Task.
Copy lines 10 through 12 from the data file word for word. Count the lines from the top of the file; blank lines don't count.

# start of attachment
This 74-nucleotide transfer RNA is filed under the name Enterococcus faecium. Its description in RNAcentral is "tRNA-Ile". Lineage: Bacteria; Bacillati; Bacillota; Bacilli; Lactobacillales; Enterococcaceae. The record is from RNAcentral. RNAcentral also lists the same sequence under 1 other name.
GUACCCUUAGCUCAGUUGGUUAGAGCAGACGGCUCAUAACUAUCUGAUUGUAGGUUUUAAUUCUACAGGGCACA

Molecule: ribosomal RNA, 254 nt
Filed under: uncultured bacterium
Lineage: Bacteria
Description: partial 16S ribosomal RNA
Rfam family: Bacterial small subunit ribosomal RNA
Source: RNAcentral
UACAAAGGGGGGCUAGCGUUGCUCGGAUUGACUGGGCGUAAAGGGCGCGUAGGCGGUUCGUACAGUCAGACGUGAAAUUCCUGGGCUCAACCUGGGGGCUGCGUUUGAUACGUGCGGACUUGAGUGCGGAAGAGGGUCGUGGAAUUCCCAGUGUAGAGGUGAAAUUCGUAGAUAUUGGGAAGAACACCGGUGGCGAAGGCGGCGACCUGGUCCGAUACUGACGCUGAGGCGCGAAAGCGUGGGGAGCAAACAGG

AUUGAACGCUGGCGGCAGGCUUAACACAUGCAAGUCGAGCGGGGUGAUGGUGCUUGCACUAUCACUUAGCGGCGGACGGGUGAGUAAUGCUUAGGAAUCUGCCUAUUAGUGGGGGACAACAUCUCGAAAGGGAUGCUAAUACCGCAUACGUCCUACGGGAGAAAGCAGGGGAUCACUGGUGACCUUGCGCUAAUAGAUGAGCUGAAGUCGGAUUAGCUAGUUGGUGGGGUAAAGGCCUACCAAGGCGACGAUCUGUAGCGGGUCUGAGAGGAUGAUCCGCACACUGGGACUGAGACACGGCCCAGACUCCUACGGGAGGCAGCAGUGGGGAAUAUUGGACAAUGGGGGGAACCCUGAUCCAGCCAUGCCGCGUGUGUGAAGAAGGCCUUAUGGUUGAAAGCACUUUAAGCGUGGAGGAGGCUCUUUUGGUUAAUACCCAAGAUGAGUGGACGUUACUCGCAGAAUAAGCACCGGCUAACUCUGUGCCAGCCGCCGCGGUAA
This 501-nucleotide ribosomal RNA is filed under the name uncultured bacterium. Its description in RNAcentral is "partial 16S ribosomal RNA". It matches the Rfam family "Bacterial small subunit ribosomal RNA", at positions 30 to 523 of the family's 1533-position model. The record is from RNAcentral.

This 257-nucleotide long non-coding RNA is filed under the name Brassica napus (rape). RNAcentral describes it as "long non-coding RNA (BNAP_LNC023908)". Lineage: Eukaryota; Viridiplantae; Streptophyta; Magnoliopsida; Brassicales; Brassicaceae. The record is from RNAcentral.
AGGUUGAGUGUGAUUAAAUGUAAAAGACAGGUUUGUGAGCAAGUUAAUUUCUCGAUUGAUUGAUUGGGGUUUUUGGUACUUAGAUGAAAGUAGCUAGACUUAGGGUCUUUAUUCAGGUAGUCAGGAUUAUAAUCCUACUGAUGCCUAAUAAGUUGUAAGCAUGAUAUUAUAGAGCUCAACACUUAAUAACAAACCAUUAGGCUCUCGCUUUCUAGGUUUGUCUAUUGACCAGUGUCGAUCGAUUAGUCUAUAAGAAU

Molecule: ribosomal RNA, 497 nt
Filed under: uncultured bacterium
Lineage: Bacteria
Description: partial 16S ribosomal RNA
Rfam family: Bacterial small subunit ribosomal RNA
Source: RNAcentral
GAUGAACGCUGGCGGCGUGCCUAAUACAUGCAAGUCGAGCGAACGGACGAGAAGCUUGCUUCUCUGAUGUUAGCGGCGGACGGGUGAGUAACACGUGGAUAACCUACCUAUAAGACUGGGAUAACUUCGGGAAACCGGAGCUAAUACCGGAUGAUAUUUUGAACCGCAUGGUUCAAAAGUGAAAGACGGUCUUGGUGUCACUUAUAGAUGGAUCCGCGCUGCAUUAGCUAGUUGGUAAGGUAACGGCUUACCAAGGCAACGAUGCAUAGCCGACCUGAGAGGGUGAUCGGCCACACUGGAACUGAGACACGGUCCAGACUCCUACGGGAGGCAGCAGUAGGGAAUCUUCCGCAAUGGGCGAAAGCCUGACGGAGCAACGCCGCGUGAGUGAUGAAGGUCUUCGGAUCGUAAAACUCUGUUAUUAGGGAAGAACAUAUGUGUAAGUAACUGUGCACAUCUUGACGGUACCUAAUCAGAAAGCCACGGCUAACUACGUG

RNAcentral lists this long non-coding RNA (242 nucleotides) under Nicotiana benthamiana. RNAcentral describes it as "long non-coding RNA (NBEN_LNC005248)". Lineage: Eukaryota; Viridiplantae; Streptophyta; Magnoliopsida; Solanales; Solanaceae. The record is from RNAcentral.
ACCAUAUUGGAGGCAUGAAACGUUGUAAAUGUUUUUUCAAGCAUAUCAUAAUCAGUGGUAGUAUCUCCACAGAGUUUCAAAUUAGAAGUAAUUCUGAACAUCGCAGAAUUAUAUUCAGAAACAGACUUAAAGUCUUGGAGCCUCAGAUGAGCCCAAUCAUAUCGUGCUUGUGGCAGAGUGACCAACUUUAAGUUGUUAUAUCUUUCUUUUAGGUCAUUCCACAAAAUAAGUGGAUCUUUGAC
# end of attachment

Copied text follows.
AUUGAACGCUGGCGGCAGGCUUAACACAUGCAAGUCGAGCGGGGUGAUGGUGCUUGCACUAUCACUUAGCGGCGGACGGGUGAGUAAUGCUUAGGAAUCUGCCUAUUAGUGGGGGACAACAUCUCGAAAGGGAUGCUAAUACCGCAUACGUCCUACGGGAGAAAGCAGGGGAUCACUGGUGACCUUGCGCUAAUAGAUGAGCUGAAGUCGGAUUAGCUAGUUGGUGGGGUAAAGGCCUACCAAGGCGACGAUCUGUAGCGGGUCUGAGAGGAUGAUCCGCACACUGGGACUGAGACACGGCCCAGACUCCUACGGGAGGCAGCAGUGGGGAAUAUUGGACAAUGGGGGGAACCCUGAUCCAGCCAUGCCGCGUGUGUGAAGAAGGCCUUAUGGUUGAAAGCACUUUAAGCGUGGAGGAGGCUCUUUUGGUUAAUACCCAAGAUGAGUGGACGUUACUCGCAGAAUAAGCACCGGCUAACUCUGUGCCAGCCGCCGCGGUAA
This 501-nucleotide ribosomal RNA is filed under the name uncultured bacterium. Its description in RNAcentral is "partial 16S ribosomal RNA". It matches the Rfam family "Bacterial small subunit ribosomal RNA", at positions 30 to 523 of the family's 1533-position model. The record is from RNAcentral.

This 257-nucleotide long non-coding RNA is filed under the name Brassica napus (rape). RNAcentral describes it as "long non-coding RNA (BNAP_LNC023908)". Lineage: Eukaryota; Viridiplantae; Streptophyta; Magnoliopsida; Brassicales; Brassicaceae. The record is from RNAcentral.